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Subject: Re: Muin as vine
From:Searles O'Dubhain <[log in to unmask]>
Reply-To:CELTIC-L - The Celtic Culture List.
Date:Tue, 19 Sep 2006 17:17:44 +0100

text/plain (52 lines)

On Mon, 18 Sep 2006 18:27:46 -0700, Yvonne Rathbone <[log in to unmask]> 

>> >Does anyone know when the ogham word "muin" becomes linked with the
>> >grapevine? Is this connection anything but a neo-pagan creation?
>> >
>> >Thanks for any leads or information.
>> >
>> >-Yvonne Rathbone
>> Auraicept na n-Éces says: Muin, vine, m, mead [from it]. This
>> meaning may
>> be neo-Pagan but it is also an invention of the Irish Filidh.
>Sorry, I wasn't clear.  I meant when was Muin connected to the grapevine.
>"Vine" could be blackberry or hops as both are connected with fermented
>beverages. Although I believe the introduction of beer (ale + hops)
>happened a couple of centuries after the Auraicepts.  Is the word in the
>Auraicept well understood to be grape?  Was the word "mead" used
>interchangeably with "wine"?

I think that the words for mead and wine are very different in Celtic 
languages. I don't think beer enters into the matter at all.

The vine referenced in “muin” is most probably the honeysuckle if it has 
anything to do with mead. The “ui” in muin is also associated with the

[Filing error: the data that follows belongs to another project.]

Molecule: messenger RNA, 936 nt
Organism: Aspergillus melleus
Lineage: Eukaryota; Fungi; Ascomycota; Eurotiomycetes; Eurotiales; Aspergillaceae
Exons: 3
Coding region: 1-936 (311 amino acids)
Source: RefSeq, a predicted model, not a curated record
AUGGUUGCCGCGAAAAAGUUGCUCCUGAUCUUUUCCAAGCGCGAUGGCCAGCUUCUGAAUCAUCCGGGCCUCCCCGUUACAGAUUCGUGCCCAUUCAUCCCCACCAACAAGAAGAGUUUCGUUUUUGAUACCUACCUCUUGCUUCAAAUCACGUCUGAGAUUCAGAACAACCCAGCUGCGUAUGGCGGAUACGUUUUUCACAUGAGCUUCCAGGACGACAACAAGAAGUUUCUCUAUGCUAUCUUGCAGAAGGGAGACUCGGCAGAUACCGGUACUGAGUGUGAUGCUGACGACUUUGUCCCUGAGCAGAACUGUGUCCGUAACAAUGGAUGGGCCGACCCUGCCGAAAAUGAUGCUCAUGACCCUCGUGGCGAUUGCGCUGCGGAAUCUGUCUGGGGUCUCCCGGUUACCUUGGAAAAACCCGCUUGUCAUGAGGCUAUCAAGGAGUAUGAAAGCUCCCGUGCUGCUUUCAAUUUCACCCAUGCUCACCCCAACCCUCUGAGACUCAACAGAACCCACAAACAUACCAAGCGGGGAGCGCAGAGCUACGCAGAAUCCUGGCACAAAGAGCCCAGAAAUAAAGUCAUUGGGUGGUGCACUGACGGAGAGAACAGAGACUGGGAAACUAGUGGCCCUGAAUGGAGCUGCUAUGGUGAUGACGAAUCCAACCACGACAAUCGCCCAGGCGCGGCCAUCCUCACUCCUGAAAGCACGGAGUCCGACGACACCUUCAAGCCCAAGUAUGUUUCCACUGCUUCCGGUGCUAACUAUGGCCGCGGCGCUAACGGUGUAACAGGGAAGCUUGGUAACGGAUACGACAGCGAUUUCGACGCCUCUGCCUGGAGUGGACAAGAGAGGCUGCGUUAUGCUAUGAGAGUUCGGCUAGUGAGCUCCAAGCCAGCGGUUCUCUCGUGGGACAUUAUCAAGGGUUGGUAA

Ogham for “UI” which is also the honeysuckle or Uilleann. Mead is made from 
honey, water and perhaps yeast to aid the fermentation process. Mead itself 
is not made from grapes or directly from the fruit of grapevines (though 
Celts did make wines from grapes before the Romans came). It was said that 
the Celts preferred the Greek and Roman wines to their own and traded wool, 
amber, tin and gold for them. The “Great Elbow” may have gotten its name 
from drinking habits associated with both wine and mead among the Celts.

“Should we believe history books or the Viennese songs? Did Emperor Probus 
introduce wine to Vienna or had viticulture existed long before that? Both 
versions are true. As a matter of fact, wild grapevines were known at the 
time of the Celts who already produced wine from this original grape.”

I personally see the Ogham Muin as meaning bindings, oaths, contracts and 
commitments. These meanings combine attributes associated with vines, 
seeing contracts with a drink or toast, intoxication from being immersed in 
one’s cups and perhaps being drunk on an idea or a concept. The educational 
process is like a visit to a mead hall in its ability to sweep a person 
away if immersed too deeply. Diplomas, gowns, tassels, neck torques, 
backbreaking tasks to which we are yoked, and obligations of honor 
symbolized by torques all come to mind, but here again, I’m getting 
intoxicated by the images and not remaining sober according to logic. 

Searles O'Dubhain

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